Tag Archives: Environment

In celebration of St. Martin’s Table

St Martins Front In 1984, a new restaurant opened in the Cedar Riverside neighborhood of Minneapolis, between the west bank campus of the University of Minnesota and Augsburg, a private liberal arts college of the ELCA.  Restaurants come and go, and this new start was hardly noteworthy except that the goal was not to make money but to give it away, and they have succeeded beyond the founder’s wildest imagination.  By the time that St. Martin’s Table serves its final customers this December, 26 years after it first offered delicious, homemade vegetarian fare, it will have gifted over $700,000 to alleviate hunger locally and globally.

St. Martin’s Table is an outreach ministry of the Community of St. Martin. It is a bookstore and restaurant open to the general public. St. Martin’s Table strives to be a center for peacemaking and justice seeking. This focus springs from the Community’s faith, centered in the life and teachings of Jesus, and so we seek to provide hospitality to all people in their journeys toward peace, justice and wholeness.

St Martin's TableThe existence of St. Martin’s Table was one of those things that lay somewhere in the recesses of my mind.  I knew about it, but I didn’t really know about it.  Thus, when I stopped in for lunch for the first time a month or so ago, my response was “why haven’t I been here before” and “I can’t wait to come back.”  The homemade gazpacho and generous wedge of carrot cake were part of the attraction, but it was much more than that.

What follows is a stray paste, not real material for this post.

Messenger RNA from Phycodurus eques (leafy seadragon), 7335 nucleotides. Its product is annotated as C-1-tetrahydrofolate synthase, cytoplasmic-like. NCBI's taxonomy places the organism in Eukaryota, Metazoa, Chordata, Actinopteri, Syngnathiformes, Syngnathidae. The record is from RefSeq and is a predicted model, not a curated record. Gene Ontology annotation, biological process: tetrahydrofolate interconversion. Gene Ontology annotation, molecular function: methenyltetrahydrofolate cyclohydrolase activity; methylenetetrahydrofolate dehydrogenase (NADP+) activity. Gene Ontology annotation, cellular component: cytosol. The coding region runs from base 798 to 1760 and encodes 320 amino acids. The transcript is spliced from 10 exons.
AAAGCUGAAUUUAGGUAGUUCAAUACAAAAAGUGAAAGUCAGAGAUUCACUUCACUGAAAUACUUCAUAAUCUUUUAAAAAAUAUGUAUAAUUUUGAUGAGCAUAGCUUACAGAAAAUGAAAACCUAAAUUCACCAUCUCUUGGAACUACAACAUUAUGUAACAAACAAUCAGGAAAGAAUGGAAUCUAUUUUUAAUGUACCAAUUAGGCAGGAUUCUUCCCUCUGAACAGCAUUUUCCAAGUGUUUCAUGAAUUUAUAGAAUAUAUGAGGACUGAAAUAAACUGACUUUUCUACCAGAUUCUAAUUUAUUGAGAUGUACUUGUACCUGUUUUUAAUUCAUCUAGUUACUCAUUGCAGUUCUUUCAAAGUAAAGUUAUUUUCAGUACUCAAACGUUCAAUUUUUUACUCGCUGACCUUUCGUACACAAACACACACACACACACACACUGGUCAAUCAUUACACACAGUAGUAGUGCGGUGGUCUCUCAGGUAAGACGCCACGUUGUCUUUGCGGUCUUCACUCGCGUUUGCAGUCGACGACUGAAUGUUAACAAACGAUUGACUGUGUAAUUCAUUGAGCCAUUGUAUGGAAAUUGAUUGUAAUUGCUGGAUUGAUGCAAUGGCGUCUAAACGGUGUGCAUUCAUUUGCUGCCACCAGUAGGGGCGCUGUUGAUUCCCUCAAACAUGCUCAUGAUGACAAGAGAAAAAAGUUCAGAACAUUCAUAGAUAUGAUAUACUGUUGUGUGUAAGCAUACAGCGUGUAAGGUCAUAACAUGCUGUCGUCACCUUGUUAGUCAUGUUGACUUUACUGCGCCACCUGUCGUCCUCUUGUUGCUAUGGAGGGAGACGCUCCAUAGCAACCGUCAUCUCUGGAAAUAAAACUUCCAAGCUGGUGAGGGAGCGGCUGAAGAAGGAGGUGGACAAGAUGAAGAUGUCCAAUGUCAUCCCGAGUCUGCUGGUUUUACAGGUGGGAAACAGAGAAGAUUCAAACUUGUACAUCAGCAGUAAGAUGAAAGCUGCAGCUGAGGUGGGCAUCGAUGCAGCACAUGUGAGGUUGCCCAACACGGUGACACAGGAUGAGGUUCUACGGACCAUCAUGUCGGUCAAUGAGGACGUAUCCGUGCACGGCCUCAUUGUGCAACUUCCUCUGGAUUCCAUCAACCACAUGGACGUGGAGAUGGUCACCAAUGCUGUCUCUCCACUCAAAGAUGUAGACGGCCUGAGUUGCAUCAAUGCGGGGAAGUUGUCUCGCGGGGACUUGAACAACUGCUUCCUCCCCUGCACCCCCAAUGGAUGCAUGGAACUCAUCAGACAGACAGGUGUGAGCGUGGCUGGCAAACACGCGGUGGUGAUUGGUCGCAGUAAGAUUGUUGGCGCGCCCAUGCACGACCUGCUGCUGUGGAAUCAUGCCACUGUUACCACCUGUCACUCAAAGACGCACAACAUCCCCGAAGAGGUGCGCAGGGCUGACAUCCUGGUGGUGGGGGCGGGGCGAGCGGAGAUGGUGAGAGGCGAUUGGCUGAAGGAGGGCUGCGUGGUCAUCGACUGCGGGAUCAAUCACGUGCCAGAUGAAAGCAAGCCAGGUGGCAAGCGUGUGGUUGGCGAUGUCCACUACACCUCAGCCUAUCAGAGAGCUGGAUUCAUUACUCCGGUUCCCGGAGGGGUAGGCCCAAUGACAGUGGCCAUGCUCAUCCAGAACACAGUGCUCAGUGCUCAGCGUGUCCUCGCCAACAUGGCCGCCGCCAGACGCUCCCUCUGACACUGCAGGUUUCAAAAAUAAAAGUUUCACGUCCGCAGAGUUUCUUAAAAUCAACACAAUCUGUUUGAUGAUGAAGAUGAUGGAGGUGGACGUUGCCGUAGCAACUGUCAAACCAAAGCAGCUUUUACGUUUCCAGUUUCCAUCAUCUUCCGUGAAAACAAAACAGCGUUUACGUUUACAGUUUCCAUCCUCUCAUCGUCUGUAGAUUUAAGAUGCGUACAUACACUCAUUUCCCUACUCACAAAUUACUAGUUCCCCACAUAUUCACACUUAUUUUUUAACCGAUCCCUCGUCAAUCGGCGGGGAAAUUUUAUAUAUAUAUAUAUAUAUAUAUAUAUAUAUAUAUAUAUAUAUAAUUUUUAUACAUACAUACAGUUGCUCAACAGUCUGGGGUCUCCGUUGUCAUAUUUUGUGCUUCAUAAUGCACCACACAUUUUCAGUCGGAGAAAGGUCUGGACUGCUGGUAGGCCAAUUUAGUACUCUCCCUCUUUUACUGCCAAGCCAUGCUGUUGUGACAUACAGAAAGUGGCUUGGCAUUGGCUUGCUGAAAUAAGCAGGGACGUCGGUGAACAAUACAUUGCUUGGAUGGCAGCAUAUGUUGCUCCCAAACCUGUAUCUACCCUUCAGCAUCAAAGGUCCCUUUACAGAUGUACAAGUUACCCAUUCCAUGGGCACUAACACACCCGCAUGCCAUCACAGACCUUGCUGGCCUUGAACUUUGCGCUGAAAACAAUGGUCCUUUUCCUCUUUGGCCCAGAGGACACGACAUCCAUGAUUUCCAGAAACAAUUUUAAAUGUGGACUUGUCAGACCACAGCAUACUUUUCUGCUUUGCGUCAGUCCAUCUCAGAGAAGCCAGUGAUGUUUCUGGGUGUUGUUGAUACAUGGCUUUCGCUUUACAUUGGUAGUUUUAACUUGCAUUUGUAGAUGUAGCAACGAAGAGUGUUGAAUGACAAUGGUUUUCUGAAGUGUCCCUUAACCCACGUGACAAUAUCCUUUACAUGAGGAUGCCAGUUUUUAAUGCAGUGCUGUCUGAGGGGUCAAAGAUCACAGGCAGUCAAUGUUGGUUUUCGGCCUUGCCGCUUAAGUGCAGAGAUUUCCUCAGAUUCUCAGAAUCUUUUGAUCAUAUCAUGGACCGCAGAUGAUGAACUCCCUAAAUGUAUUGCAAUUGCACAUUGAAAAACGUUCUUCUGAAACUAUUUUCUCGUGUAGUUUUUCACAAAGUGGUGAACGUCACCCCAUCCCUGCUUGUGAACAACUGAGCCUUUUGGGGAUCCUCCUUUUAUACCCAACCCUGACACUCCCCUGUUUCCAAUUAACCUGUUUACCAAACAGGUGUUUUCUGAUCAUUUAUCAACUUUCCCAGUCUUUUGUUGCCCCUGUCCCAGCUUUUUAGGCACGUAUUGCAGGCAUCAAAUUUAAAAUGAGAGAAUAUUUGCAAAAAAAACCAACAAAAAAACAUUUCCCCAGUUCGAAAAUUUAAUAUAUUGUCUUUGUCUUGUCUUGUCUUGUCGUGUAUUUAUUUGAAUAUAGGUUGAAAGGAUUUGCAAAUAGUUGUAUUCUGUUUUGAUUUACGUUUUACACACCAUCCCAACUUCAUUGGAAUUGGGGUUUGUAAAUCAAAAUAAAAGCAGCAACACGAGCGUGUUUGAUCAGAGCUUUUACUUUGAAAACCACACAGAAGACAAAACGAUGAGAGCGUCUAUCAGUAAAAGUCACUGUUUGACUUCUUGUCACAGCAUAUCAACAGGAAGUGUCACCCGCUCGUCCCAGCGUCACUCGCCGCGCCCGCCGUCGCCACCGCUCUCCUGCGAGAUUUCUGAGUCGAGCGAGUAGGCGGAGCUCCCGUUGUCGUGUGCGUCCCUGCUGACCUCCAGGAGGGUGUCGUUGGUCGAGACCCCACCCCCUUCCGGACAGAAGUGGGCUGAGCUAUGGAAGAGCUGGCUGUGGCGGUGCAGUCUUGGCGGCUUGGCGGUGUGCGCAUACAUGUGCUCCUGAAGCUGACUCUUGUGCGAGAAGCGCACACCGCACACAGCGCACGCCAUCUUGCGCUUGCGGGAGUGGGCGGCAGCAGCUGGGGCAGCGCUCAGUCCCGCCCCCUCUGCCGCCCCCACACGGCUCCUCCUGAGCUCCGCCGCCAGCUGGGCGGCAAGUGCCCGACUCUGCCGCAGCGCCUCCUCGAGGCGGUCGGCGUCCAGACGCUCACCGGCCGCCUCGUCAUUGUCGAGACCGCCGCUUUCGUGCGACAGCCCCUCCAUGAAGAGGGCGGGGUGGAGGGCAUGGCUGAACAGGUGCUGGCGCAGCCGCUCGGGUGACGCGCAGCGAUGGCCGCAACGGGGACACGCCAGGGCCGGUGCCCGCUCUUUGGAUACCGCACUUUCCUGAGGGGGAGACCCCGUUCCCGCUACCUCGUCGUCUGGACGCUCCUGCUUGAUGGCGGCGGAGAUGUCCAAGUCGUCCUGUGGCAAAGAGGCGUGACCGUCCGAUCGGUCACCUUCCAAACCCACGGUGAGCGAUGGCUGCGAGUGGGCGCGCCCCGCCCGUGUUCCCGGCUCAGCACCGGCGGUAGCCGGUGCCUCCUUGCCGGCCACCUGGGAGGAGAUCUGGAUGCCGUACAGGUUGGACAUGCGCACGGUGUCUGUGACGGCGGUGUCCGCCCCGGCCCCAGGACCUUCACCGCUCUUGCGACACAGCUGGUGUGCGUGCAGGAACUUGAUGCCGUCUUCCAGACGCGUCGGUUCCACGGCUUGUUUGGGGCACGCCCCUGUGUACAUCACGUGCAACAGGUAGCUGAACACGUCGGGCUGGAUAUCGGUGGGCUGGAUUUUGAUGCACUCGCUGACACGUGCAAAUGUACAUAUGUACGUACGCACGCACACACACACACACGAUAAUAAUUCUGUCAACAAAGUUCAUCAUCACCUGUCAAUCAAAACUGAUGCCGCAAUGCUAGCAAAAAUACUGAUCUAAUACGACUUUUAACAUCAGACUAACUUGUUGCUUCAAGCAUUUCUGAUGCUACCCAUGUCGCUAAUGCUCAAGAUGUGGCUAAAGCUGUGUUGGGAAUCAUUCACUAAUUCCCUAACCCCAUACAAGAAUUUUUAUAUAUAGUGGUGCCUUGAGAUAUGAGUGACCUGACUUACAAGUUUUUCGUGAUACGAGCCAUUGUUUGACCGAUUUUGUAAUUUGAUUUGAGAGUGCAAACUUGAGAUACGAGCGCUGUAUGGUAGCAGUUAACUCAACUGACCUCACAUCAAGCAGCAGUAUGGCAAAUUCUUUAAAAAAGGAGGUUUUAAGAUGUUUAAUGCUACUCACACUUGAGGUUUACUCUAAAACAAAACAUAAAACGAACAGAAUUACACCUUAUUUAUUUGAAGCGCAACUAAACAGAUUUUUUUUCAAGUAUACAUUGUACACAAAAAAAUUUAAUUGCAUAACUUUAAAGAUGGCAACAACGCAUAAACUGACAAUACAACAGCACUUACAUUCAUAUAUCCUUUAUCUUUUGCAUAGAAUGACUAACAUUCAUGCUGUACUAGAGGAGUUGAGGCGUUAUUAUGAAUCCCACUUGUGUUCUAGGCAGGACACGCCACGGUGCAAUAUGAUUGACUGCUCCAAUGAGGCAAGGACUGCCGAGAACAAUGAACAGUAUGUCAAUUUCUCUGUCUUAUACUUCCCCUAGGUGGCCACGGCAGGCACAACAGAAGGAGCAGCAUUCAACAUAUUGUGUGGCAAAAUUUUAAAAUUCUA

The food served is a celebration of God’s gifts to us. To that end, St. Martin’s Table serves vegetarian meals with and emphasis on locally grown and organic food. Volunteer servers not only contribute their time, but also contribute their tips to programs that alleviate hunger in the global community.

Conversation takes place not only around the table at noon, but also during programs centered on peacemaking, justice issues and community-building through the arts. St. Martin’s Table is also available for study, worship, fellowship and special events for the wider community.

St. Martin’s Table strives to be fiscally sound and to be a good steward of all resources, especially as they relate to the long-term vitality of the Table. As an alternative business, it is our priority to model a more just way to live and have that reflected in the relationships we cultivate. The Table strives to be a place of peace where creative visions for a world of justice are welcomed and nurtured.

And who is St. Martin, the namesake of the community and the restaurant/bookstore?

The restaurant/bookstore, like the ecumenical community, was named for five Martins who have been models of change, truth and resistance in the Christian faith:

  • Martin Luther, the 16th century reformer who taught the theology of the cross
  • Martin Luther King, Jr., for his leadership in nonviolent protest to end racism and injustice
  • Martin of Tours, a fourth century Roman soldier turned pacifist
  • Martin de Porres, a Spanish-Indian healer who served the poor of Peru in the 1600s
  • Martin Niemoeller, a German pastor imprisoned for his nonviolent resistance to the Nazis during World War II